The power of LAN-based communications interfaces has transformed the way we approach everyday activities. Whether checking in for a flight or watching a movie, applications abound to save time and simplify transactions. Many of the time-saving utilities once viewed as consumer-based gimmicks, such as accessing a wide range of information on your hand-held, now are finding their way into business transactions and gaining much wider acceptance.
To extend the benefits offered to customers across a wide range of application spaces from functional test to distributed data acquisition, embedded Web-based tools have been identified as key elements. LAN Extensions for Instrumentation (LXI) is the ideal platform for these Web-based tools, which provide features such as embedded Web interfaces, in-place calibration, simplified debug and startup, deterministic over-the-wire synchronization, remote data access, and comprehensive hand-held access.
Embedded Web Interfaces
Embedded Web interfaces extend the utility of the host instrument by providing measurement and control capabilities independent of any other programming interface. However, the concept of an embedded Web interface should not be confused with earlier incarnations based on applications resident on external computers connected via some interface such as IEEE 488. This type of implementation required instrument drivers resident on the host computer to communicate with the device. Numerous interoperability issues resulted from this approach including compatibility and restrictions with operating systems, device driver revisions, and instrumentation firmware levels.
An embedded Web-based approach eliminates all of these issues thanks to agnostic interfaces compliant with standard Web browsers. Additionally, each instrument is configured to launch and manage all aspects of the Web interface, eliminating the need for any external computer software configuration or interaction. Graphic representation, control interfaces, and data management are performed by the instrument’s Web server, resulting in an extremely high degree of computer and operating system independence.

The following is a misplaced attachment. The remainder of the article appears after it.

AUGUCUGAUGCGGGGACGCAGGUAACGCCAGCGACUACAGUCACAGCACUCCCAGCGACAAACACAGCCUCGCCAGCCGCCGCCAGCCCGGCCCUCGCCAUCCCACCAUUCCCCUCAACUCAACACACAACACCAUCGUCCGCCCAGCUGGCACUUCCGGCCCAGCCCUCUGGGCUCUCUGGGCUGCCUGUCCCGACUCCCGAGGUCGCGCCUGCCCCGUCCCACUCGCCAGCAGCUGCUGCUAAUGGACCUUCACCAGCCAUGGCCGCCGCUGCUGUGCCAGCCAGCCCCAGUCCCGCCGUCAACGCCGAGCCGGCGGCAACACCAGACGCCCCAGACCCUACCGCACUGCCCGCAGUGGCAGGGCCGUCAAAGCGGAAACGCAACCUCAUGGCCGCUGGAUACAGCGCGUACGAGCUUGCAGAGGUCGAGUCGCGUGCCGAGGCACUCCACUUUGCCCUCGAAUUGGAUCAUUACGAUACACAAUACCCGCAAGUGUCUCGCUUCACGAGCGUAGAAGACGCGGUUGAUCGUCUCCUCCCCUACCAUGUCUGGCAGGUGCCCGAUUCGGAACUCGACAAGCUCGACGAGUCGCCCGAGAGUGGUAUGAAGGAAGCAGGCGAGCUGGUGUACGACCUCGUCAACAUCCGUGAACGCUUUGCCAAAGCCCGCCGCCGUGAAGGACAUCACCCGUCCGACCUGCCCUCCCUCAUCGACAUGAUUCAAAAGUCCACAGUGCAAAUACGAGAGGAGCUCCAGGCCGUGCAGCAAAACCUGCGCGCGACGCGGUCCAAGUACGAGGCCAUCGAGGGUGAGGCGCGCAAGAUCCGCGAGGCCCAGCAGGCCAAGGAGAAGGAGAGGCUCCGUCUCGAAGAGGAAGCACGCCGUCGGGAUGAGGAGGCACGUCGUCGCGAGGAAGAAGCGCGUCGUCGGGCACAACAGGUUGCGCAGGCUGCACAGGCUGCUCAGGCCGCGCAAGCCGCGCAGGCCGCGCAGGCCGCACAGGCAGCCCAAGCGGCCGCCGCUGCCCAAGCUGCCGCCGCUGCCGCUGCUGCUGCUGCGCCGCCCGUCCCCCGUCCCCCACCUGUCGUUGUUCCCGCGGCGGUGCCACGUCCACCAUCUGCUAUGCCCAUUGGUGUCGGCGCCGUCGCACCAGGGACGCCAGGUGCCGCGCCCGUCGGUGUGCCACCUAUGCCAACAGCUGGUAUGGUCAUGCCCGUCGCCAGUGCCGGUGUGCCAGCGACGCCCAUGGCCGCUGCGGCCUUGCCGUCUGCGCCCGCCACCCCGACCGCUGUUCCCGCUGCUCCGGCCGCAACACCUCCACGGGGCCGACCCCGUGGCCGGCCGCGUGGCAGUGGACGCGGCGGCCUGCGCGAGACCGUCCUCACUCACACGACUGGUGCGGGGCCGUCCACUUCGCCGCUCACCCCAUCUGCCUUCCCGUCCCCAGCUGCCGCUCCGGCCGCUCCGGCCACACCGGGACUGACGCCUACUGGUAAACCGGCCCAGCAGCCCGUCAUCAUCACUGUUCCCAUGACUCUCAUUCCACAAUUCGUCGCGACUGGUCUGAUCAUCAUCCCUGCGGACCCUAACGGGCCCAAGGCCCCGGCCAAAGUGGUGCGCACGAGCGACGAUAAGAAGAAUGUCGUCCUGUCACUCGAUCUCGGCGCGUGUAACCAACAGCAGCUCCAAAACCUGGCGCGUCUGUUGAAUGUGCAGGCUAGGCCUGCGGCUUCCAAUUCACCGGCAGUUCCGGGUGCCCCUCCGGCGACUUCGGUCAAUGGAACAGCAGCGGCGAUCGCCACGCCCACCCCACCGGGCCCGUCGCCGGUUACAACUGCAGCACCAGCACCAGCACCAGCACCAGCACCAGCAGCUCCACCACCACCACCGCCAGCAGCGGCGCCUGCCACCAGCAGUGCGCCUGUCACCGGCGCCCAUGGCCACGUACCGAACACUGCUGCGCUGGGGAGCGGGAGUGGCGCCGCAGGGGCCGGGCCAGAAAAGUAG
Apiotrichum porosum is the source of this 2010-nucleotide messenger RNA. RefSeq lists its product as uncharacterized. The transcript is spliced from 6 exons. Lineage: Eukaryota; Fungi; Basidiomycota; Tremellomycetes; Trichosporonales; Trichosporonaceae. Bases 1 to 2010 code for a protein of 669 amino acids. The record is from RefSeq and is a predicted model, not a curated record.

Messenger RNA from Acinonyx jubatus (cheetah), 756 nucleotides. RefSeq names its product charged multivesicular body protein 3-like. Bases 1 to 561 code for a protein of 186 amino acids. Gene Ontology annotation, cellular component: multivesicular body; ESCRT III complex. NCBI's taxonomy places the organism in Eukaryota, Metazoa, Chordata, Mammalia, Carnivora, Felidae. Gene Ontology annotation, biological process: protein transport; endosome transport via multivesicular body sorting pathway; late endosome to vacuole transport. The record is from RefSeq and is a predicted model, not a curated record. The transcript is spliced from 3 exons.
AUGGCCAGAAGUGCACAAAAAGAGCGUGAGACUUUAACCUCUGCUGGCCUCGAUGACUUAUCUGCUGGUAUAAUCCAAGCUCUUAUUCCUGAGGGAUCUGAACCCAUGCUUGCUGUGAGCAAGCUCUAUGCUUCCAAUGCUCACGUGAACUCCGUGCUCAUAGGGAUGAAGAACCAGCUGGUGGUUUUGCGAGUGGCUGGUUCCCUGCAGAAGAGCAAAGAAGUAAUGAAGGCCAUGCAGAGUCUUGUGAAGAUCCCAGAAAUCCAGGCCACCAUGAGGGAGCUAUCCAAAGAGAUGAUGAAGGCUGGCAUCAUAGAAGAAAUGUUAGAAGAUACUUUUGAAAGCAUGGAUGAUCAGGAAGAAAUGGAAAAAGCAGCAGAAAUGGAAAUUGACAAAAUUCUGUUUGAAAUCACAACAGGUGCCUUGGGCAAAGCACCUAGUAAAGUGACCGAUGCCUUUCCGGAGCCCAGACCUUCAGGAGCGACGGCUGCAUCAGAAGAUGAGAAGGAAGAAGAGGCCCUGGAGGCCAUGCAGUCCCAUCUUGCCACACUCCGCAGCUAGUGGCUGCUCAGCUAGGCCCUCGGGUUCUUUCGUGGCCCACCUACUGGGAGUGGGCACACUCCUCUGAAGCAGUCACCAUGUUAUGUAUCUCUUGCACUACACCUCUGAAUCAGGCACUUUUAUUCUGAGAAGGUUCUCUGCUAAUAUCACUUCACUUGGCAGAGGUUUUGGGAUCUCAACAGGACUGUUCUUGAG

Incorporating this functionality does add a certain degree of complexity to the instrument but provides significant advantages to the user beyond agnostic operation. Many of the delays that engineers encounter during startup, software development, and validation also can be minimized using a number of these embedded capabilities.
Debug and Startup
System startup and debug activities can be time-consuming under the best circumstances, and these challenges can increase in complexity when high channel-count, distributed applications are involved. Embedded instrumentation interfaces simplify this process by providing a number of the key benefits including:
• Instrument discovery and identification.
• Immediate out-of-the-box operation.
• Elimination of variables such as third-party software.
• Utilities such as the LXI Event Log that permits observation of the device in action.
Instrument discovery and identification are nearly transparent; techniques common in home computer and entertainment markets for identification of printers and other network resources have been leveraged extensively. Initiating communications with the instrument is as simple as applying power and connecting an Ethernet cable. The embedded interface is designed for compatibility with the most widely used and supported discovery mechanisms to reduce initial connectivity and communications issues.
Once the instrument has been identified, the embedded Web interface can be launched by typing the IP address, hostname, or MDNS name displayed in the discovery window into a Web browser. This entire process can occur in less than a minute. The result is immediate out-of-the-box operation. The built-in soft front panel then can be used to establish and verify communications with the instrument, perform setup, and initiate measurements. Eliminating external software interfaces and drivers provides a high degree of isolation as well as an important reference point for debugging and software validation activities.
A common validation approach leverages the embedded interface to configure and acquire measurements and then compares these results with those obtained using the higher-level application program. For example, it is possible to monitor the instrument during operation to verify that the proper configurations are sent and measurements are being taken.
Furthermore, transducer operation and cabling installation can be quickly verified using this approach. This can be performed with an inexpensive laptop, simplifying the entire process and reducing costs.
Another time-consuming and potentially expensive aspect addressed by embedded Web interfaces is the entire calibration process. Calibration not only includes costs directly associated with the instrumentation but also those linked to reduced facility availability and utilization.
Data integrity and validity are essential for nearly all applications, and a key aspect of this is instrument calibration to traceable verification standards. Specifically, a traceable source is used by the instrument undergoing calibration to adjust and verify the quality of measurement. This often has been viewed as a painful but necessary process involving system disassembly and downtime.